In 1880, the Pullman Palace Car Company opened a new factory on a patch of tallgrass prairie near Lake Calumet along the Illinois Central Rail Road. Here the company would manufacture its world-renowned sleeping cars, railcars outfitted with beds, lounges, and restaurants to make long-distance train travel not only comfortable but luxurious. The site was rather remote, some twelve miles south of downtown Chicago where most manufacturers had established their firms. But for George Mortimer Pullman, the company’s founder, president, and namesake, the location was ideal. For upon this isolated and unsettled landscape, Pullman hoped not only to manufacture sleeping cars, but also a community. From the factory, Pullman hoped to establish a town that would not only be physically distant from Chicago, but also embody a more profound cultural difference from modern city life. To Pullman, the violent labor conflicts that racked the nation’s cities over the last decades stemmed from the squalid conditions and immoral influences of city life. If working people could only live in refined, sanitary homes away from the temptations of dance halls, saloons, and labor unions, he believed, then they would not only be content but also morally improved. Pullman therefore situated his factory at the center of a town that bore his name, providing his workers with not only homes, but also stores, a school, and even a church.
But George Pullman’s vision tells only part of the story of the neighborhood that continues to bear his name. The women and men who lived in Pullman’s homes, worked in Pullman’s shops, or were employed on Pullman’s trains brought their own visions and expectations to this model town. Both collectively and individually, they refused to adhere to the company’s vision of a quiescent worker, and many even challenged the company’s more paternalistic attempts to control their lives. Factory workers organized unions and argued that Pullman’s decision to offer his employees housing did not release him from paying a living wage. Pullman Porters, the attendants Pullman hired to wait upon the company’s sleeping car passengers, also organized to challenge the company’s prejudiced, and overbearing working conditions. A position that Pullman almost universally reserved for African Americans, Pullman Porters were never given the opportunity to live in the company’s town. It was not until the town itself became embedded in the larger changes that transformed south Chicago throughout the twentieth century that African Americans moved to the community for the first time.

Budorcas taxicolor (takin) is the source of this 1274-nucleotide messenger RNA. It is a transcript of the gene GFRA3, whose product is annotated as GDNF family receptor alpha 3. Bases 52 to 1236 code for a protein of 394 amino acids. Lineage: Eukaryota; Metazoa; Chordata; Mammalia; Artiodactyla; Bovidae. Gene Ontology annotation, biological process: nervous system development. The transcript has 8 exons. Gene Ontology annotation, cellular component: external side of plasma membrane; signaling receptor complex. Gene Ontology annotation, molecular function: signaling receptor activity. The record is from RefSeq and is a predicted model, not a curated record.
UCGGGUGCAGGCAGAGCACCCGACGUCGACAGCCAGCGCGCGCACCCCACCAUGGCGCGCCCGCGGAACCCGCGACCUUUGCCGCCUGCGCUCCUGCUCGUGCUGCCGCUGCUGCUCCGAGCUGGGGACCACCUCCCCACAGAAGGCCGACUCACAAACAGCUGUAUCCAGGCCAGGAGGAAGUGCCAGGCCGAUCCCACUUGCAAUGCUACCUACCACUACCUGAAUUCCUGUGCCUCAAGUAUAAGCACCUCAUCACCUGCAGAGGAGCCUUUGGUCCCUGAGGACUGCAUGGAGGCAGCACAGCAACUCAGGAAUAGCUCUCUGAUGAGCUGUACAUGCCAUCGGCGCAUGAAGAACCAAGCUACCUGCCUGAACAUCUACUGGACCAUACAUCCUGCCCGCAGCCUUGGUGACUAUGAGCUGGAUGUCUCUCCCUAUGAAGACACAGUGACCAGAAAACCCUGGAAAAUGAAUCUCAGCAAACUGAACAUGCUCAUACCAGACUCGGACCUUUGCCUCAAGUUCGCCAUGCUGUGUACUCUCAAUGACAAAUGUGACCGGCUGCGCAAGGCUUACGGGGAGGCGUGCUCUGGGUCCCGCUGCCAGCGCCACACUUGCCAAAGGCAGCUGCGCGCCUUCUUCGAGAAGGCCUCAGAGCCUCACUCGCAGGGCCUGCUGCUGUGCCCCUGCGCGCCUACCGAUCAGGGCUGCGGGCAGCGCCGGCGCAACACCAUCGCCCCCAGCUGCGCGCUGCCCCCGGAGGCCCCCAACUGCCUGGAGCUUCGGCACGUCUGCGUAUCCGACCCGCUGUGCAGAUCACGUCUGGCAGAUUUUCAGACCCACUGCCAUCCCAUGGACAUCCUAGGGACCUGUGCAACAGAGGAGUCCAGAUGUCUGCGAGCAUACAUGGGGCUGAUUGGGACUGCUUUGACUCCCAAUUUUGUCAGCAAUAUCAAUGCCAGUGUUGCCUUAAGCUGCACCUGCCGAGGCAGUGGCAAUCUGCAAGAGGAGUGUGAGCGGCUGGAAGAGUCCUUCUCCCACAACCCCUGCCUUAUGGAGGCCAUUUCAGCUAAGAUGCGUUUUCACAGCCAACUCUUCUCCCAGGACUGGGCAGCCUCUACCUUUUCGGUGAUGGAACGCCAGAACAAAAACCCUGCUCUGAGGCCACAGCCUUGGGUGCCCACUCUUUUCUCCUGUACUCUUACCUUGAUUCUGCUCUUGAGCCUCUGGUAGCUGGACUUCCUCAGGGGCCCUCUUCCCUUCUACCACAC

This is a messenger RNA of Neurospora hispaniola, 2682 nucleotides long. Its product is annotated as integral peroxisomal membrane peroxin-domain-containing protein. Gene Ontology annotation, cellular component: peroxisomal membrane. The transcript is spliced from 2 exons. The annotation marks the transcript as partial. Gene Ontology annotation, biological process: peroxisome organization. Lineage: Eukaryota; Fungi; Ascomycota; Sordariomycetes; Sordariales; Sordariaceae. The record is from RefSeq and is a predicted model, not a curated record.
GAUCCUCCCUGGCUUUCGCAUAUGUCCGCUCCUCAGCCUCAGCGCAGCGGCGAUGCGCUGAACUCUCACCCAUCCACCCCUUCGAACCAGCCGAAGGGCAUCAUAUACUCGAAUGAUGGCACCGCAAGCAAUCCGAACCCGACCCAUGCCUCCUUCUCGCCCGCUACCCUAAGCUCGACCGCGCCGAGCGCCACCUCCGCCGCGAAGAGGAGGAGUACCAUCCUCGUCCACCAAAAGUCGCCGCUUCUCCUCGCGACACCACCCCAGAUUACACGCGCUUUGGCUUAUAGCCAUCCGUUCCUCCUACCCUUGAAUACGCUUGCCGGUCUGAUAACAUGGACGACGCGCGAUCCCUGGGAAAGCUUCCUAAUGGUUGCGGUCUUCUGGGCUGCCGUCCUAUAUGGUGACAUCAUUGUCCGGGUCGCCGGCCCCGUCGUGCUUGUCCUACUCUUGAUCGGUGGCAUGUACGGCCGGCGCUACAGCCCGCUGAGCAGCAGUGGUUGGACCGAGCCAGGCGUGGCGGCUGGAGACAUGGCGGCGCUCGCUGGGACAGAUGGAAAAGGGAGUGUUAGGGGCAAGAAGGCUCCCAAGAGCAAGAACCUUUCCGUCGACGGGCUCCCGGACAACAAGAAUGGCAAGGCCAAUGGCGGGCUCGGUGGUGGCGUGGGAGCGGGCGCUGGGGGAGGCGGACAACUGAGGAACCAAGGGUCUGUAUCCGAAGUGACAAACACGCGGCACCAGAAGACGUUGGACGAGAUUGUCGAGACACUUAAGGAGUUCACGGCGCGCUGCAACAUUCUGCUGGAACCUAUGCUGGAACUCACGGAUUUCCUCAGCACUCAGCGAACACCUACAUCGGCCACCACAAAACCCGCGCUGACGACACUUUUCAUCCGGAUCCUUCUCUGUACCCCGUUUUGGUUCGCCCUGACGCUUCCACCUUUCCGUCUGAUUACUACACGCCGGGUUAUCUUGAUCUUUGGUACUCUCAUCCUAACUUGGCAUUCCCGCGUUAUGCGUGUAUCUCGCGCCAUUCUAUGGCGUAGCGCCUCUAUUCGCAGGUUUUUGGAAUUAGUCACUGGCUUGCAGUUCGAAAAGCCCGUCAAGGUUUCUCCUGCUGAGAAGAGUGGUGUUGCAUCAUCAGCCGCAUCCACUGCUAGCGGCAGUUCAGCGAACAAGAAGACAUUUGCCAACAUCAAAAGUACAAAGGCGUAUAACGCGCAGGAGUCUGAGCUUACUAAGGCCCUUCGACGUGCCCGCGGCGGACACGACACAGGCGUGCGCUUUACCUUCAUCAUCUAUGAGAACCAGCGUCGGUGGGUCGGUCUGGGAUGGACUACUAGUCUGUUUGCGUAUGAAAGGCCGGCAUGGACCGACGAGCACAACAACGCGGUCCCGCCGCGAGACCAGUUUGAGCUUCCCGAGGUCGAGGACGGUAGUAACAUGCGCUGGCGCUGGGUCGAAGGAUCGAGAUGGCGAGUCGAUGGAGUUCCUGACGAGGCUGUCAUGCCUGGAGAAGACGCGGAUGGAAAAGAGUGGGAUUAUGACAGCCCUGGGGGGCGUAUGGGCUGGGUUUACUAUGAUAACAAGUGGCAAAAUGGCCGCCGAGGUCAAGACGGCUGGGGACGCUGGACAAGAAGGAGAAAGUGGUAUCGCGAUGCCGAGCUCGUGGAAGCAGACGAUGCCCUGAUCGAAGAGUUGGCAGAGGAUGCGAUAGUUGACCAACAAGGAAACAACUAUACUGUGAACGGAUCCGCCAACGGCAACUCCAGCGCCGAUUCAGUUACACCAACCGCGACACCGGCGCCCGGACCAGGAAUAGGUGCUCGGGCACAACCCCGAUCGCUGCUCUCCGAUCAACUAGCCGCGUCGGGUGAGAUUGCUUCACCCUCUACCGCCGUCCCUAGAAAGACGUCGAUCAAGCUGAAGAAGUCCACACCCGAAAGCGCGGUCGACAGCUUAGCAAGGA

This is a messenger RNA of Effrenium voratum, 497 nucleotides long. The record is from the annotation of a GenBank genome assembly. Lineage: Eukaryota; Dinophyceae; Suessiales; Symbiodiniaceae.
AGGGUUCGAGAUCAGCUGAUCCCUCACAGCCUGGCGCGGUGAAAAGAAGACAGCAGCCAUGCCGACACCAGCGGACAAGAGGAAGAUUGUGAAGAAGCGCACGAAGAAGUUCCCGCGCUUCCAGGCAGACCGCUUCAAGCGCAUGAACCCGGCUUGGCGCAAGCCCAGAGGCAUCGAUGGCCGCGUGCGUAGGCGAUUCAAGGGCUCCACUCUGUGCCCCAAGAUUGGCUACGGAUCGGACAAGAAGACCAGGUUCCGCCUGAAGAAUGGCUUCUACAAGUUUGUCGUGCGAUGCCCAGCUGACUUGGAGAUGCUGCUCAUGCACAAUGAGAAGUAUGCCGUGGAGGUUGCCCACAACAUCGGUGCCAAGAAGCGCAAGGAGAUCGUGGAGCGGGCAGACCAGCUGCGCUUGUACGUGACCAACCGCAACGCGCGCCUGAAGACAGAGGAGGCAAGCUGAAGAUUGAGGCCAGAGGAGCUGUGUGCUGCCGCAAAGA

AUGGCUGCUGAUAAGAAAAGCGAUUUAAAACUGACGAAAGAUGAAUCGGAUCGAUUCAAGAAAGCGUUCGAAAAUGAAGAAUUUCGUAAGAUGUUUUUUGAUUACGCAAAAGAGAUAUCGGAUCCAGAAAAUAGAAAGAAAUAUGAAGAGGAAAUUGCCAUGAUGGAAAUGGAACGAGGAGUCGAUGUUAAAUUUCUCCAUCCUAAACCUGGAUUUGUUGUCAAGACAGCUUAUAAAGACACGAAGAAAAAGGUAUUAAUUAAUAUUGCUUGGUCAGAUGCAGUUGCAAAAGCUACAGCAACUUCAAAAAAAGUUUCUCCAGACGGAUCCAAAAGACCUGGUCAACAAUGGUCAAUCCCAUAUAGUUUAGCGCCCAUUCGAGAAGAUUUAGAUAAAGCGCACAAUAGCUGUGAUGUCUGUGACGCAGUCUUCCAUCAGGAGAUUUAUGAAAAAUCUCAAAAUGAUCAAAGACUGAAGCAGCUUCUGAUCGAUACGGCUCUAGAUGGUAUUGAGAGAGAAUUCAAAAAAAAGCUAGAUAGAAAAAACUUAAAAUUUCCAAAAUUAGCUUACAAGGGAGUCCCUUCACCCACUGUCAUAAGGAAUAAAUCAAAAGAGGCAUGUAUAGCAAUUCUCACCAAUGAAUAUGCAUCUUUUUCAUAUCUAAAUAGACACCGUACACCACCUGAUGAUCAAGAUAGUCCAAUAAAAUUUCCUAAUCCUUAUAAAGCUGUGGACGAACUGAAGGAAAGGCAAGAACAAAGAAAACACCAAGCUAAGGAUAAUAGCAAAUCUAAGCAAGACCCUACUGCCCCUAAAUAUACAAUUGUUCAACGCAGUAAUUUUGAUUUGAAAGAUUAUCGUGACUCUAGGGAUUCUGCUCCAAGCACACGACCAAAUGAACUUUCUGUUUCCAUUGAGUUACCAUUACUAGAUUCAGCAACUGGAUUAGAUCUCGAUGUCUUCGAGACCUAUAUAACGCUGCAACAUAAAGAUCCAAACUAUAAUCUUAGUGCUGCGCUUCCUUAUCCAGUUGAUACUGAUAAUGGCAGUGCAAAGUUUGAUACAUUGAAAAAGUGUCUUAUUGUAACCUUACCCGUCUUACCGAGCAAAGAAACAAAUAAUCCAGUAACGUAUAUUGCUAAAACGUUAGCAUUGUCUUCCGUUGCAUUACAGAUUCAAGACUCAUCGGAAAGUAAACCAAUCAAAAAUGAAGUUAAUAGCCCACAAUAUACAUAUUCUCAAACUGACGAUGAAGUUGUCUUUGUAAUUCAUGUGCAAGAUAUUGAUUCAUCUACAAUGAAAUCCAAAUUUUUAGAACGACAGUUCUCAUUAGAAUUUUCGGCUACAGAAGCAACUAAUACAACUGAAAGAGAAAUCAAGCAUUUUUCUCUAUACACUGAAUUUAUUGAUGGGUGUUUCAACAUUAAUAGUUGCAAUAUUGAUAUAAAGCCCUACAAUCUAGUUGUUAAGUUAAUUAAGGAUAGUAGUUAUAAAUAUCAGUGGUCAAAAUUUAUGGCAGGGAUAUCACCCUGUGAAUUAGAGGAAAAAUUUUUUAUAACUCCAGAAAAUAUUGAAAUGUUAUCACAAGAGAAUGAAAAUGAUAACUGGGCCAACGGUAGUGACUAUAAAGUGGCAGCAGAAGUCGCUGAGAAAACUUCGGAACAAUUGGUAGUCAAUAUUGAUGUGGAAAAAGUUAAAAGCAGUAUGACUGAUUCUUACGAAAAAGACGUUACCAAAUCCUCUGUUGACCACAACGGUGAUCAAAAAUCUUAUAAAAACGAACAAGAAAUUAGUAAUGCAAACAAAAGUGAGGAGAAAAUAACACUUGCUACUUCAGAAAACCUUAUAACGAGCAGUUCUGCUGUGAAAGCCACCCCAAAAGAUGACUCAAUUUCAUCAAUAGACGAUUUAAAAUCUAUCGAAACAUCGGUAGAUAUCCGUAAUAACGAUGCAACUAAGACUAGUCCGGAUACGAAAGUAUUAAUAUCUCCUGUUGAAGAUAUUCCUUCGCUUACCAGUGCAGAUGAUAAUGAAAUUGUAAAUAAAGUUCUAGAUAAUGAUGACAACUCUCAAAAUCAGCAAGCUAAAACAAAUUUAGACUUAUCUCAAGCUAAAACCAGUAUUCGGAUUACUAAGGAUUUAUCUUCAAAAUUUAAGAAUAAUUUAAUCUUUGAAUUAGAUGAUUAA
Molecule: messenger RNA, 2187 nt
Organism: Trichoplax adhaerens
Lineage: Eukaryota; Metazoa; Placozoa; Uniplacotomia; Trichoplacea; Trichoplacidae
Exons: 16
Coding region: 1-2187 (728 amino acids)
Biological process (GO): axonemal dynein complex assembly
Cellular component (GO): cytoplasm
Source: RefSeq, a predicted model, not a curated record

In the summer of 2011, the Scholl Center hosted two, one-week National Endowment for the Humanities’ Landmarks in American History and Culture Workshops for community college faculty. The workshops were led by Janice L. Reiff, a former Scholl Center member and currently Associate Professor of History at the University of California at Los Angeles, and used Pullman’s history as a window through which to explore the role of race, labor and urban development in the history of industrial America. In addition to visits to the Pullman community, the workshops also spent time in the Newberry’s archives. The library’s holdings of midwestern railroad companies is one of the Newberry’s many strengths, and in addition to the Chicago, Burlington, & Quincy Railraod, the Illinois Central Railroad, the Newberry is also the repository for the Pullman Company Archives. In fact, Reiff was instrumental in bringing Pullman’s records to the library.
The Scholl Center digitized a number of Pullman Company records for the workshop and we’re pleased to announce the publication of Pullman: Labor, Race, and the Urban Landscape in a Company Town, a web exhibit that tells Pullman’s story in all its complexity. Through photographs, manuscripts, illustrations, and photos, the exhibit illuminates Pullman as the company town from which is began to the urban neighborhood it remains today. Along the way, it situates Pullman within the broader history of industrial America, exploring the ways in which both the town and the company highlight the imporance of race, labor, and urban development in American life. The exhibit is the first of its kind to consider the entirety of Pullman’s history, featuring nearly three hundred items form the Newberry’s collections.
By Chris Cantwell